Cuzco was the seat of government as well as a city. It was a busy place. Messengers traveled back and forth with news from across the empire. Armies, engineers, priests, and administrators arrived and left again, traveling to wherever in the empire they were needed. Llama trains arrived with loads of food and goods. There were religious celebrations every month. Cuzco was the home of the Sapa Inca, as well as the home of all former Sapa Incas, who were still in residence in spirit.

The emperor lived in his palace with his family. His most important administrators lived in the palace as well. Only important visitors and noblemen had access to the emperor. Few commoners, except carefully selected servants, were ever seen in the city. Less important officials lived in the suburbs outside the city. They reported to higher up administrators, who reported to higher up administrators, who ultimately reported to the Sapa Inca.

A massive fortress guarded the city. You had to pass through a huge tollgate to enter the city. The gateway guards checked everyone who came and went. They noted everything coming in. They made sure nothing precious was removed from the city without permission. The guards also kept their eye on the criminals positioned at the city gate. As part of their punishment, criminals had to tell their tales of crime and punishment to all those who entered and left the city. This was to remind the people of what would happen if you broke the law.

Not very many of the common people lived in the city. Most of the people were farmers. They lived in farming communities. The only people who actually lived in or just outside the city were the artisans who made artwork for the temples. People who lived nearby might travel into town for festivals or business. But the city was mainly used for the government.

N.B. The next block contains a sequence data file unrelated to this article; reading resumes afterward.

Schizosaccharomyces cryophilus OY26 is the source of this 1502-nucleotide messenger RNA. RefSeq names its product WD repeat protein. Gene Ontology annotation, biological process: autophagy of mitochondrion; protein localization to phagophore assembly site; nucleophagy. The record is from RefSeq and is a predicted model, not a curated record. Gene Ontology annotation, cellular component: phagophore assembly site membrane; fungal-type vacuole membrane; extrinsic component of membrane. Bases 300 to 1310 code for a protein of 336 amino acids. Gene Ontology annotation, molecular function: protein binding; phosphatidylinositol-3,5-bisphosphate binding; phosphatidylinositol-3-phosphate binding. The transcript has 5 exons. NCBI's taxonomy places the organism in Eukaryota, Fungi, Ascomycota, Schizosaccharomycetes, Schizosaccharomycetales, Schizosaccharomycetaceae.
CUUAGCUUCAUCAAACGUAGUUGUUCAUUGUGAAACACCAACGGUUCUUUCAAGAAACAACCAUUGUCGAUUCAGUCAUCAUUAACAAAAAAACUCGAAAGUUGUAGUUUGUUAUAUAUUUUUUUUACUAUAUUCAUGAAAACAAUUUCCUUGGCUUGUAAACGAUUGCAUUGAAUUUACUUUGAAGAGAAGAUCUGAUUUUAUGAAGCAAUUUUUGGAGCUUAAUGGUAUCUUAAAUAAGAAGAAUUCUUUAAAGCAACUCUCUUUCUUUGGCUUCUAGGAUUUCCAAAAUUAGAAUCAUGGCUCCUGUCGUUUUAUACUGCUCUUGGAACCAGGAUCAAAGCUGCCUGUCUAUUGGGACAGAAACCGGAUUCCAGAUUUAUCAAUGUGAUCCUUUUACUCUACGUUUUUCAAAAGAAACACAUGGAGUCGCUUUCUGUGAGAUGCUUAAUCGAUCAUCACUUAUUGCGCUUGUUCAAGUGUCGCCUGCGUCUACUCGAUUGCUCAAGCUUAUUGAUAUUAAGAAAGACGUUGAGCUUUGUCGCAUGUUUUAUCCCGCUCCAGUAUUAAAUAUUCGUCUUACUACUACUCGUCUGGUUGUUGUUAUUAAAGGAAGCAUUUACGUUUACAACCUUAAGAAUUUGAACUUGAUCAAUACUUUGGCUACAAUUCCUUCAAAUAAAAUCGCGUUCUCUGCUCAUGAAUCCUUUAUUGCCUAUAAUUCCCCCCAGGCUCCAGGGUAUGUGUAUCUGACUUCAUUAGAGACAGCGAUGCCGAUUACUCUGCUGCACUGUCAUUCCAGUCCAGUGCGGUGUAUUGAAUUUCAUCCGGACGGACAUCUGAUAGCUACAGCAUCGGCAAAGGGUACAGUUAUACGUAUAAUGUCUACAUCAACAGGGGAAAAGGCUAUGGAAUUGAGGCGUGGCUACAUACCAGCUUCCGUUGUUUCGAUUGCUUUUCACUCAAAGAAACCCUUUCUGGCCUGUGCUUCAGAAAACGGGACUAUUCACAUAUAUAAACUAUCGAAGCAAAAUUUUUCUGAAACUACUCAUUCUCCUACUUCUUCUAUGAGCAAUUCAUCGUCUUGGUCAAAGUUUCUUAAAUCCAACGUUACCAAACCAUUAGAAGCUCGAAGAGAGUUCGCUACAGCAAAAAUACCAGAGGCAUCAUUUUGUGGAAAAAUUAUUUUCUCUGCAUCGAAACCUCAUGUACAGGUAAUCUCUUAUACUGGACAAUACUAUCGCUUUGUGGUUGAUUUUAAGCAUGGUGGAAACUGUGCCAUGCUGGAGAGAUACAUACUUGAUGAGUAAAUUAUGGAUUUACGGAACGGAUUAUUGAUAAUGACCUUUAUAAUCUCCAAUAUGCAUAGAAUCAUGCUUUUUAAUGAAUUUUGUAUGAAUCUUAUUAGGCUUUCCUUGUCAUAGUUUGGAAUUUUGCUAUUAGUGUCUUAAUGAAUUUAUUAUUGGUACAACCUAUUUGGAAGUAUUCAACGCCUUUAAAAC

The Royals and Nobility

The rich belonged to an ayllus of noble family members. Members of the royals and nobility led a life of luxury. They were exempt from taxation. They could own land. They could own llamas. They had fine clothing. They were carried around on litters. The boys went to school. Some were given jobs of importance in the government. They had to be careful not to upset the Inca or they could rapidly lose status and even their lives. But compared to the common people who had to work very hard, their lives were ones of ease and interest.

Clothing: Everyone dressed in the same fashion in the Inca Empire - rich and poor. The quality of the cloth varied. The rich had soft clothes, heavily embroidered. The poor had coarse wool clothes. But the style was the same. Men wore sleeveless knee-length tunics, with ponchos or cloaks. Women wore long dresses and capes fastened with a pin of cheap metal or heavy gold, depending upon their status. All clothes were made of woven cotton or wool cloth.

Coming of Age Ceremony: When rich and poor boys turned 14, there was a coming of age ceremony that allowed the boys to demonstrate their physical and military skill. In a special ceremony, the boys had their ears pierced. Then, they were presented to the sun god, then took their place as adults. Boys from noble families worn special clothes made for this ceremony, woven from feathers.

Hairstyles: Hairstyles for the men were very important. Each noble ayllu had a distinctive hairstyle. Your hairstyle announced your social position. Since the Incas were very class conscious, hairstyles for the men were most important.